Duel is an associate district judge in Logan County, and was assigned to this case because of conflicts of interest by Kay County judges.

Loftis is hoping Ford can get the dismissal he’s been hoping for since he was charged in 2015 – nearly two years after a woman identified as Hollie Kelle made an accusation to Ponca City police that Loftis sold her methamphetamine over 18 months. Prosecutors also allege Loftis smuggled drugs and cell phones into the Kay County Jail for a client.

The 2016 trial wasn’t ordinary, in part, because Loftis wasn’t a run-of- the-mill defendant. He’s a Ponca City defense attorney who received his juris doctorate in 2004 and was named a Rising Star lawyer in 2012 and 2013. He’s defended alleged rapists and won their acquittal.

He filed a bar complaint against a Kay County assistant district attorney who was prosecuted by the Oklahoma Bar Association, an action that didn’t set well with DA Hermanson. Before his election as DA in 2010, Hermanson was best known as the defense lawyer for Terry Nichols, convicted in a state trial for his part in the 1995 Oklahoma City bombing that killed 168 people.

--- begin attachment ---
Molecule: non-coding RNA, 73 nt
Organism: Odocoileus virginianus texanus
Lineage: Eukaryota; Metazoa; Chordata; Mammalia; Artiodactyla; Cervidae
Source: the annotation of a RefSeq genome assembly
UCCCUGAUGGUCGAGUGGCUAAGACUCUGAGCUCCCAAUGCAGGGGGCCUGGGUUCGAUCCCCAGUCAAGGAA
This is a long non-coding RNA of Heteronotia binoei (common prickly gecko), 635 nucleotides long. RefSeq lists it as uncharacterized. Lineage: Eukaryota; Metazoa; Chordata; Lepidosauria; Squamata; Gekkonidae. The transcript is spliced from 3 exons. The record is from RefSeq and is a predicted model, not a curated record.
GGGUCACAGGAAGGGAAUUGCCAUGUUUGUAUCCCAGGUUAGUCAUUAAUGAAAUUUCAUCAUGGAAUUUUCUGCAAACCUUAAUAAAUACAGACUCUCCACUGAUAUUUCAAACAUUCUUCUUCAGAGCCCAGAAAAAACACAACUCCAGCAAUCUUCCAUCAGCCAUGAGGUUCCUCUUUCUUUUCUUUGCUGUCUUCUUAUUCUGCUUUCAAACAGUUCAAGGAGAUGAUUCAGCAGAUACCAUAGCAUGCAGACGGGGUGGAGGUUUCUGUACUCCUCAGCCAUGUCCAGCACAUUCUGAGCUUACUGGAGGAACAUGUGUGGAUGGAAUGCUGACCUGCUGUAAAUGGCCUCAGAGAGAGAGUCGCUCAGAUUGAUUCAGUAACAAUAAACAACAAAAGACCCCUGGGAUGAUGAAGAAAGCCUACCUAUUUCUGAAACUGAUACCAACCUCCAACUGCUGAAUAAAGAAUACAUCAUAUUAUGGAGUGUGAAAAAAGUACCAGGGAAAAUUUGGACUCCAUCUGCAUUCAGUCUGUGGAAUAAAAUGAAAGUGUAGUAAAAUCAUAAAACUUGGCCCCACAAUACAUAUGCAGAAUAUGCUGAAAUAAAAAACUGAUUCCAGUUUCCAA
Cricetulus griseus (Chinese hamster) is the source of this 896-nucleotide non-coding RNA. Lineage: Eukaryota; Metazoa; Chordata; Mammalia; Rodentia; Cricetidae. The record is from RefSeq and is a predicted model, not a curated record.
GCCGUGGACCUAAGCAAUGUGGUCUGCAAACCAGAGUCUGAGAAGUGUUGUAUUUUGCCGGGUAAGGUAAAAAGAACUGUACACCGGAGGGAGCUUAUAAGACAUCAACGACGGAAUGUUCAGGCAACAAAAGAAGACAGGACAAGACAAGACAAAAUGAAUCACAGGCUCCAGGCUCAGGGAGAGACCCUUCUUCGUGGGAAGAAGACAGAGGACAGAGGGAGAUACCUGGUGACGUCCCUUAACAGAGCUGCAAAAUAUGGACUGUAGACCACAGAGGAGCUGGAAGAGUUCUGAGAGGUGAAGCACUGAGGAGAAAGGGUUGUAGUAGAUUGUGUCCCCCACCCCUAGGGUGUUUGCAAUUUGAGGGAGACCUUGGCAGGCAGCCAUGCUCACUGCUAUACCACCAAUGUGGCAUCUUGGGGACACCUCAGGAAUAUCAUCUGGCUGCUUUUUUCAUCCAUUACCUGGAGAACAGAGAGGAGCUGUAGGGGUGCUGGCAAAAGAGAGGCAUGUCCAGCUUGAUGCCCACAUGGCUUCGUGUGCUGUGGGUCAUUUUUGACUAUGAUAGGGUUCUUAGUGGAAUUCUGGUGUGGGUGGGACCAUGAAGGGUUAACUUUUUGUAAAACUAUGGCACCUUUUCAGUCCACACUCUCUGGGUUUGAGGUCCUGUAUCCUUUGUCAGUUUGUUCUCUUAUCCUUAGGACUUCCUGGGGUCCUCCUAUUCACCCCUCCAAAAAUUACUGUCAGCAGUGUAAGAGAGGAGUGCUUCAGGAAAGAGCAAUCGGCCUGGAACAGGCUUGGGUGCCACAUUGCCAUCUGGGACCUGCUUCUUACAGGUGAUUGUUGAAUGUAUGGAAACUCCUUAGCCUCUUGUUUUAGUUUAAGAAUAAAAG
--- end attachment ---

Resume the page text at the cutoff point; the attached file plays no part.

Most damaging of all, Loftis fed an FBI agent information about alleged civil rights violations, drug trafficking and illegal gambling, connecting those nefarious activities to Kay County and state law enforcement officials. Loftis also told the DA he planned to run against him in the 2014 district attorney’s election.

None of those actions made Loftis a popular guy in Kay County law enforcement circles. He was a pariah, an outcast who reportedly needed to be dealt with, court records indicate.

Court documents show Loftis warned Hermanson he would oppose him in the next district attorney’s race. Loftis made his election bid for DA public in June 2013. A month later, Kelle made her accusation.

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Tim Farley

Tim Farley is an award-winning journalist with more than 30 years of experience, including...